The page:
Description

Millfield Arts Centre sits in a parkland setting in Edmonton, North East London. Its 362 seat auditorium is a receiving house for popular entertainment, including drama, comedy, music, musicals, talk and children’s theatre. The recently revamped theatre now has a stylish new cafe-bar open every day of the week - open for brunch, lunch, dinner and Sunday roasts. Millfield Arts Centre also incorporates Millfield House, a Georgian mansion offering rehearsal space, meeting rooms, office space and creation space for the Creative Industries. An extensive education programme also runs from the House and includes youth theatre, art clubs and dance workshops.

History

Millfield Theatre opened in 1988. It is owned, managed and funded entirely by London Borough of Enfield. It has 12 full time staff working on site at the theatre, and employs many more casual staff. Ushers at the theatre are all volunteers.

Millfield Theatre is marketed under the umbrella of Millfield Arts Centre, which encompasses Millfield Theatre and Millfield House. Millfield House contains rooms which are available for hire, and also plays host to a number of educational classes and workshops for children and adults. This is marketed under the banner of Millfield Education.

Millfield House first mentioned in 1796 when it belonged to John Wigston of Trent Park. Later that year it was let to the Imperial Ambassador of the German Empire. The house was valued at £6,300 by 1828, when Robert Mushet of the Royal Mint died there.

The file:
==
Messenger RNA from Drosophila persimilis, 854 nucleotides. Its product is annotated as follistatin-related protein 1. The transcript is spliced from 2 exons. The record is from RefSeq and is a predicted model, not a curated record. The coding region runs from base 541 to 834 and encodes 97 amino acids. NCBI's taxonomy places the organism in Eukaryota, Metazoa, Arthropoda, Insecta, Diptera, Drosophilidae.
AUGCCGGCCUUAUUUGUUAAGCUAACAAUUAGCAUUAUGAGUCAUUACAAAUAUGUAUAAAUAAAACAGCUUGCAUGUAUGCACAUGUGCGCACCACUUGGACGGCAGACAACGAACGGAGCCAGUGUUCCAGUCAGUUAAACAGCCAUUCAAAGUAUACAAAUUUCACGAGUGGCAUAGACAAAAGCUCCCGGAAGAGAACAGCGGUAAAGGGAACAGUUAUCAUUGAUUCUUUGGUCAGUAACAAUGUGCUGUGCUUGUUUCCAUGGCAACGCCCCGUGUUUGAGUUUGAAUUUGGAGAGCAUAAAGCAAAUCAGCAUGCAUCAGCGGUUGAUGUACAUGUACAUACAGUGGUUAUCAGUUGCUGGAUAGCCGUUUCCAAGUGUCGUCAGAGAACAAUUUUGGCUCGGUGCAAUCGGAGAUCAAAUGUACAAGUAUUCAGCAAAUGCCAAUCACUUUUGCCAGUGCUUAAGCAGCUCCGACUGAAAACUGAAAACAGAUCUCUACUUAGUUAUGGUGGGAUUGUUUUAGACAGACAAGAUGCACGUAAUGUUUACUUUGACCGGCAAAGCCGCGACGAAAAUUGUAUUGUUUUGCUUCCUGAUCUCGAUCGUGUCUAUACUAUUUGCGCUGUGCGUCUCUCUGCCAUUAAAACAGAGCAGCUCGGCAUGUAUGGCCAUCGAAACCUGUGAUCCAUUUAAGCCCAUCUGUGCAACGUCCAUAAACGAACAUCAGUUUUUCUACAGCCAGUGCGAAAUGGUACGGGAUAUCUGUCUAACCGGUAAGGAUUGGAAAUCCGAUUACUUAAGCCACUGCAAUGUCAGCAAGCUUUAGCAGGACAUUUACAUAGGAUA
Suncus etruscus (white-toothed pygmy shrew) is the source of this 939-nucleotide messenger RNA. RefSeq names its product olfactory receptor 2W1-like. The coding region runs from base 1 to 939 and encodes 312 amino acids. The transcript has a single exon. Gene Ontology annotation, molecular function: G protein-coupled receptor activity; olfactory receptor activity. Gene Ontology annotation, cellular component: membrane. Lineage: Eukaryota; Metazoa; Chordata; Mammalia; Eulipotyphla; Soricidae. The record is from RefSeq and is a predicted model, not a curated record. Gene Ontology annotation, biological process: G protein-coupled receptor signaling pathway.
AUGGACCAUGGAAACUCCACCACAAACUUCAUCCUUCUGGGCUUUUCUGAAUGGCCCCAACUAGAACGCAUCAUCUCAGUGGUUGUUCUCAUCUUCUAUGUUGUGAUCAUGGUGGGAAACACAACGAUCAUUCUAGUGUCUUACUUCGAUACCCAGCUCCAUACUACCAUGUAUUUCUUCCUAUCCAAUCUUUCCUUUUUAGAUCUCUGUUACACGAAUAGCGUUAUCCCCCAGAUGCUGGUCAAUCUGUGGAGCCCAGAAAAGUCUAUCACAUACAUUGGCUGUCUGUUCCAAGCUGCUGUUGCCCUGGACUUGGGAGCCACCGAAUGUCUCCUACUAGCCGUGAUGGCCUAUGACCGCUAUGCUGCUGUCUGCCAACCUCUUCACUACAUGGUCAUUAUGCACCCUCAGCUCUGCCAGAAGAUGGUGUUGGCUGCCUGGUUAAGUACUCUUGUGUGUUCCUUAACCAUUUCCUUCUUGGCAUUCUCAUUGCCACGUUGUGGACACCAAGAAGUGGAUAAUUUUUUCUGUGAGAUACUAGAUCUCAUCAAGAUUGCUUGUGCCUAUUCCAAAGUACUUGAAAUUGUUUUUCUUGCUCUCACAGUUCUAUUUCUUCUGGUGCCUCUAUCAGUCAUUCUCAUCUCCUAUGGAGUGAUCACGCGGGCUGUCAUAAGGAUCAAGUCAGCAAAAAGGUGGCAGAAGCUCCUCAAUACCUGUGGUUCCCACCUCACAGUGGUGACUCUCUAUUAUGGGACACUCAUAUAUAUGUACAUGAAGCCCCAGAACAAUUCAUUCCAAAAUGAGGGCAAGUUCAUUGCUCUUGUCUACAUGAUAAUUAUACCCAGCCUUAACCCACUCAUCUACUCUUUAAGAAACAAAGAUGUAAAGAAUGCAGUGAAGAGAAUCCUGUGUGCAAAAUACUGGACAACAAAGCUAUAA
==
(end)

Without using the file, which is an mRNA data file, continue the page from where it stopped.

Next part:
The house was sold in 1849 to the Strand Union Guardians for a school for London workhouse children, and over the next 40 years several extensions were made to the house which by 1897 housed 400 children. The school was partly self- sufficient complete with two meadows, cultivated land and a herd of cows and some pigs. The children were taught trades; the boys, tailoring, shoe making and carpentry; the girls, housework, needlework and laundering.

In 1913 the school closed and by the beginning of World War I housed Belgian refugees. The house was converted into the St Davids Hospital for Epileptics in 1915 by the Metropolitan Asylums Board.

By 1971 the house was acquired by the London Borough of Enfield, who renovated and demolished some of the work house buildings, although a lodge and outbuildings from that period remain as well as an early 20th century lodge. The house was re-opened as an Arts Centre in 1979 and includes Millfield Theatre. Weir Hall library was on site until December 2008 but has since been relocated to Fore Street, Edmonton. The space has now been redeveloped as a cafe bar and performance space. In the gardens one of the few remaining communal air- raid shelters in Enfield can be found, adjacent to the garden is the St David's play area.

When hired, the venue offers the ability to sell tickets through its own box office, subject to a commission.

The Arts Centre is renowned for its in-house pantomimes. ‘Jack & The Beanstalk’ opens in November 2010.

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